Research carried out by SOMO and NOWCommunities reveals that workers are suffering from serious health problems in the leather industry in Pakistan, one of the world’s leading leather producers. Also, workers are paid salaries that are far below the cost of living. The majority of this leather ends up in stores across the European Union (EU) as garments and accessories. This export is stimulated by a special trade agreement, the Generalised Scheme of Preferences (GSP+).
Toxic chemicals cause severe skin and respiratory diseases
During the tanning process, workers are often exposed to the chemical chromium, which can cause severe health problems including open wounds called chrome holes, chromium ulcers, perforation of the nasal septum, respiratory illnesses and an increased risk of lung and nasal cancer.
One worker, Muhammad, told researchers: “Once both my hands got affected by the chemicals and my skin started to peel off. I told my manager that my health is at stake. He told me to continue working.”
Although Pakistani law obliges employers to provide protective equipment, surveys and in-depth interviews with tannery workers in Karachi showed that even the most basic protective gear such as gloves and masks are often not being provided.
Lack of living wage
Workers are often paid salaries that are far below the cost of living – most barely earn the legal minimum wage (14,000 Rupees – €119) or even less a month. This is not enough to buy three meals a day, let alone to rent a house or feed a family. The Asia Floor Wage campaign has calculated that the minimum monthly living wage in Pakistan for 2015 was more than twice the legal minimum wage, or 31,197 Rupees (€278.42) per month. The inability to make ends meet has led some of the interviewed factory workers to take out loans repeatedly with their employers. In order to supplement their salary, several workers said they had asked their children to start working, or they were forced to move in with family to save on costs.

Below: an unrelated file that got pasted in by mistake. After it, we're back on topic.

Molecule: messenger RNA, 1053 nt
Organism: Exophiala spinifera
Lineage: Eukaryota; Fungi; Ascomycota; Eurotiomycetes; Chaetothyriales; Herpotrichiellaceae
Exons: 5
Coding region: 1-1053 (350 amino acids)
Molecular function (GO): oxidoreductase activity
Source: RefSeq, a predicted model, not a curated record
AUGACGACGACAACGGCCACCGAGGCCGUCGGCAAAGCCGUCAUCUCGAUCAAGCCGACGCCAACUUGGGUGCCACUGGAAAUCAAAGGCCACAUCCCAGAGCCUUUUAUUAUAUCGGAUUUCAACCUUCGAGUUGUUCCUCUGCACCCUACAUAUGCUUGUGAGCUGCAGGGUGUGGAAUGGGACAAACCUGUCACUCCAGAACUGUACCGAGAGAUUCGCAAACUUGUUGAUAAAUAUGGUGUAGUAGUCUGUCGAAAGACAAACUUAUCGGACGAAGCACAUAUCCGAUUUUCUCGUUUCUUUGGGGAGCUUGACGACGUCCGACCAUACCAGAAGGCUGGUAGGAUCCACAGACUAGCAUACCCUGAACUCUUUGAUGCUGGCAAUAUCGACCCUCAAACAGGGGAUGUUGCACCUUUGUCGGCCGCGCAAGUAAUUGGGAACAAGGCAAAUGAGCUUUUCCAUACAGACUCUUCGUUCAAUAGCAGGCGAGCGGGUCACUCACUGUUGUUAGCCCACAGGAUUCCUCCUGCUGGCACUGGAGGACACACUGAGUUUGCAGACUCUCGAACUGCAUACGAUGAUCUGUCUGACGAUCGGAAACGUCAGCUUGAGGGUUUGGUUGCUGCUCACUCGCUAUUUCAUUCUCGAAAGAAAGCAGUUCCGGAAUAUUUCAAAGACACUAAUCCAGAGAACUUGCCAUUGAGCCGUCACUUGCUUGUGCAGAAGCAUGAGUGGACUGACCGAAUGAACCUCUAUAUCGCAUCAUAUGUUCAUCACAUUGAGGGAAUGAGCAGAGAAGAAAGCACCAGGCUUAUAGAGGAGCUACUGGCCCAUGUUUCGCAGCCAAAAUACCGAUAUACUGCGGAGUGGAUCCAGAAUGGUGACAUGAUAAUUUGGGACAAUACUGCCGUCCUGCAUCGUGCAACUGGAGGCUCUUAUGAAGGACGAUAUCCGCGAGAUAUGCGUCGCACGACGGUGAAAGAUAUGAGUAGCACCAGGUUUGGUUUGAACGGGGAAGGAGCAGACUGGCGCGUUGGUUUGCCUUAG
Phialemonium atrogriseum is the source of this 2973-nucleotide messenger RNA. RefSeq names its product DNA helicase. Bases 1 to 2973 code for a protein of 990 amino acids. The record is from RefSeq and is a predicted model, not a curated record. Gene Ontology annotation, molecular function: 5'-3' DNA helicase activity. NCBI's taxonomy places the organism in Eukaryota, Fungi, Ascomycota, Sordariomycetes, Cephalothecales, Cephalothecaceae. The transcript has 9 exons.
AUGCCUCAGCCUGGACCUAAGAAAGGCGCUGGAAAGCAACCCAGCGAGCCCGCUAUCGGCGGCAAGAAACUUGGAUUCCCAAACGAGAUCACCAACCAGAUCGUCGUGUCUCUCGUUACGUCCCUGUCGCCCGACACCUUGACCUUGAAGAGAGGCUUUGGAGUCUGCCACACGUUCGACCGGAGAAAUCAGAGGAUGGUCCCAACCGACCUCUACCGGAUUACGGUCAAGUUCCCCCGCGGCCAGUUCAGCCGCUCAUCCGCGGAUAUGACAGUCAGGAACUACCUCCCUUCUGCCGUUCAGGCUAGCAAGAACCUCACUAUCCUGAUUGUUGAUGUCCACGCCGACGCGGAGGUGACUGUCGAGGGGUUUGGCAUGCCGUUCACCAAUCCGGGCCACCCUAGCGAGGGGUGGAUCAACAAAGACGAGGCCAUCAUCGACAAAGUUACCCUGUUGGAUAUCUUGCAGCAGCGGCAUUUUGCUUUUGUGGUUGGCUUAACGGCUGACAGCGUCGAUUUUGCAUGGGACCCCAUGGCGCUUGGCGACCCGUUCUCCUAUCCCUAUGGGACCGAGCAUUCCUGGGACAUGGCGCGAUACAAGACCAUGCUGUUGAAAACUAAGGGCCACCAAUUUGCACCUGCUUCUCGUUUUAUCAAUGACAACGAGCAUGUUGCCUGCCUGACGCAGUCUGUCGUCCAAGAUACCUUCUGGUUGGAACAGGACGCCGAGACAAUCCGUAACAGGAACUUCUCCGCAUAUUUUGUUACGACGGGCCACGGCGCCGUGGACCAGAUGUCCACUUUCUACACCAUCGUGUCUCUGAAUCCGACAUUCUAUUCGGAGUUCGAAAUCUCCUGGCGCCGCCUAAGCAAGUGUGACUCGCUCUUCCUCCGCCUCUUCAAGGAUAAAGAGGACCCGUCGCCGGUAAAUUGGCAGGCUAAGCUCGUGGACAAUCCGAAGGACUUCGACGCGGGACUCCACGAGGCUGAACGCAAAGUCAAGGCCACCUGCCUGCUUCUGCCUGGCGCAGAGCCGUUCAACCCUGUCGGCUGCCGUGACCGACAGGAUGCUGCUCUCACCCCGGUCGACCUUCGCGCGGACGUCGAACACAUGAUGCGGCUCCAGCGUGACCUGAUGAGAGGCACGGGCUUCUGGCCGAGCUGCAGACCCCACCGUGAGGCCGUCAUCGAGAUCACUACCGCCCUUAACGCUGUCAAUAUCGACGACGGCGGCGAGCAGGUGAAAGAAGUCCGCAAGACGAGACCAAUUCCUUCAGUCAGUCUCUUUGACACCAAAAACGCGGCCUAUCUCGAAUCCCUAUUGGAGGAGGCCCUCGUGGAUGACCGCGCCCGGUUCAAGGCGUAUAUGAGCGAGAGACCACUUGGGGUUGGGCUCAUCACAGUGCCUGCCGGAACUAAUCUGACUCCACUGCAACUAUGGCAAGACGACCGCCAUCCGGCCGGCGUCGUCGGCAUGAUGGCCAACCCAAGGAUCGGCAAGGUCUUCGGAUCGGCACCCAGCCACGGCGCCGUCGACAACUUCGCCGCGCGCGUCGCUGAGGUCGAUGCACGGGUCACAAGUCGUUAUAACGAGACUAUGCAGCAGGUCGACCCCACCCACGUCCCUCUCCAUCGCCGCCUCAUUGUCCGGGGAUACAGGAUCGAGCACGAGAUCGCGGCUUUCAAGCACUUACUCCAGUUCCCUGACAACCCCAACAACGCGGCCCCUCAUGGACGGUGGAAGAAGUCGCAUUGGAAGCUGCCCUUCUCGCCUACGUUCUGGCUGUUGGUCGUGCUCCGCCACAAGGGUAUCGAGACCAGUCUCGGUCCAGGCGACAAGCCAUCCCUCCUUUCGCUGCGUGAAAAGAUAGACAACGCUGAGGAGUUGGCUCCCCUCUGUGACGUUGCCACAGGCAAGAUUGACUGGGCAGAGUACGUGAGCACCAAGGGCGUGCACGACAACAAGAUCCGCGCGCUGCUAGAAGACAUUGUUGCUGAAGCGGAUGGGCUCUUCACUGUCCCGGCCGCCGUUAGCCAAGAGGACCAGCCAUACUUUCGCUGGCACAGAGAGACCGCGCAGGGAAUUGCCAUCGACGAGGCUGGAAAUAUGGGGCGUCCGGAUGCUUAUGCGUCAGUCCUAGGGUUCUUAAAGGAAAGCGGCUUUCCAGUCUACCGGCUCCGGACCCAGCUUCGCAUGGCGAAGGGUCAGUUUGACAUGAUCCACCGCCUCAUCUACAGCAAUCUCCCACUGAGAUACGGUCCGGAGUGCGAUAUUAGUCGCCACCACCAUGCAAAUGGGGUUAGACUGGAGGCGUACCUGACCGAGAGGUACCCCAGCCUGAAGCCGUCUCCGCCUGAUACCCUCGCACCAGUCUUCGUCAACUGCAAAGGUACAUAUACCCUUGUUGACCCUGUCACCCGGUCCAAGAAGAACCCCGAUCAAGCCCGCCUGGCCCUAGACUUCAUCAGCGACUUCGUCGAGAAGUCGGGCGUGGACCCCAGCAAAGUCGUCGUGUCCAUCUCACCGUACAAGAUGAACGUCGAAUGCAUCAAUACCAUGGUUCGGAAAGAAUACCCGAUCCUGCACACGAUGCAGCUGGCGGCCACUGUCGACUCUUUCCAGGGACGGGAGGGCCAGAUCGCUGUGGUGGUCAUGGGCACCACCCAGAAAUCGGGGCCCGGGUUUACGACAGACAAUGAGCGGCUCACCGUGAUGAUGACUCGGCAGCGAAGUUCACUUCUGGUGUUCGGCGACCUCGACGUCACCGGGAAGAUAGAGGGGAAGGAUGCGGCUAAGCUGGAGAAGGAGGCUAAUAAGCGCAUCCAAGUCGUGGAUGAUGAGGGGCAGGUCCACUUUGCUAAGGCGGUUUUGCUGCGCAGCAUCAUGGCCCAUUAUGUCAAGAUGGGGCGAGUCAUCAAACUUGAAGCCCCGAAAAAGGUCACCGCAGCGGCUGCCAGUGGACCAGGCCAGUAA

EU’s role in stimulating export
The EU stimulates exports from Pakistan through its Generalised Scheme of Preferences (GSP+), which provides trade tariff reductions on the condition that Pakistan implements core international conventions relating to human and labour rights. However, as this research reveals, human and labour rights violations remain widespread across the country’s leather industry.
Vincent Kiezebrink (SOMO): “The EU should provide transparent reports on – as well as improving the monitoring of – the human and labour rights component of its GSP+ trade scheme to make sure that participating countries respect workers’ rights.”
Pop-up exhibition ‘The Leathermen of Pakistan’
Today, 20 December 2016 (from 16:00-18:00) photo collective NOOR, Oxfam Novib and SOMO will organise a pop-up photo exhibition
at the Humanity House in The Hague. The exhibition will showcase photographs by NOOR photographer Asim Rafiqui, who travelled to Karachi for Oxfam and SOMO, where he filmed, documented and photographed the miserable working conditions facing Pakistan’s leather industry workers. Asim Rafiqui will share his experiences at the exhibition.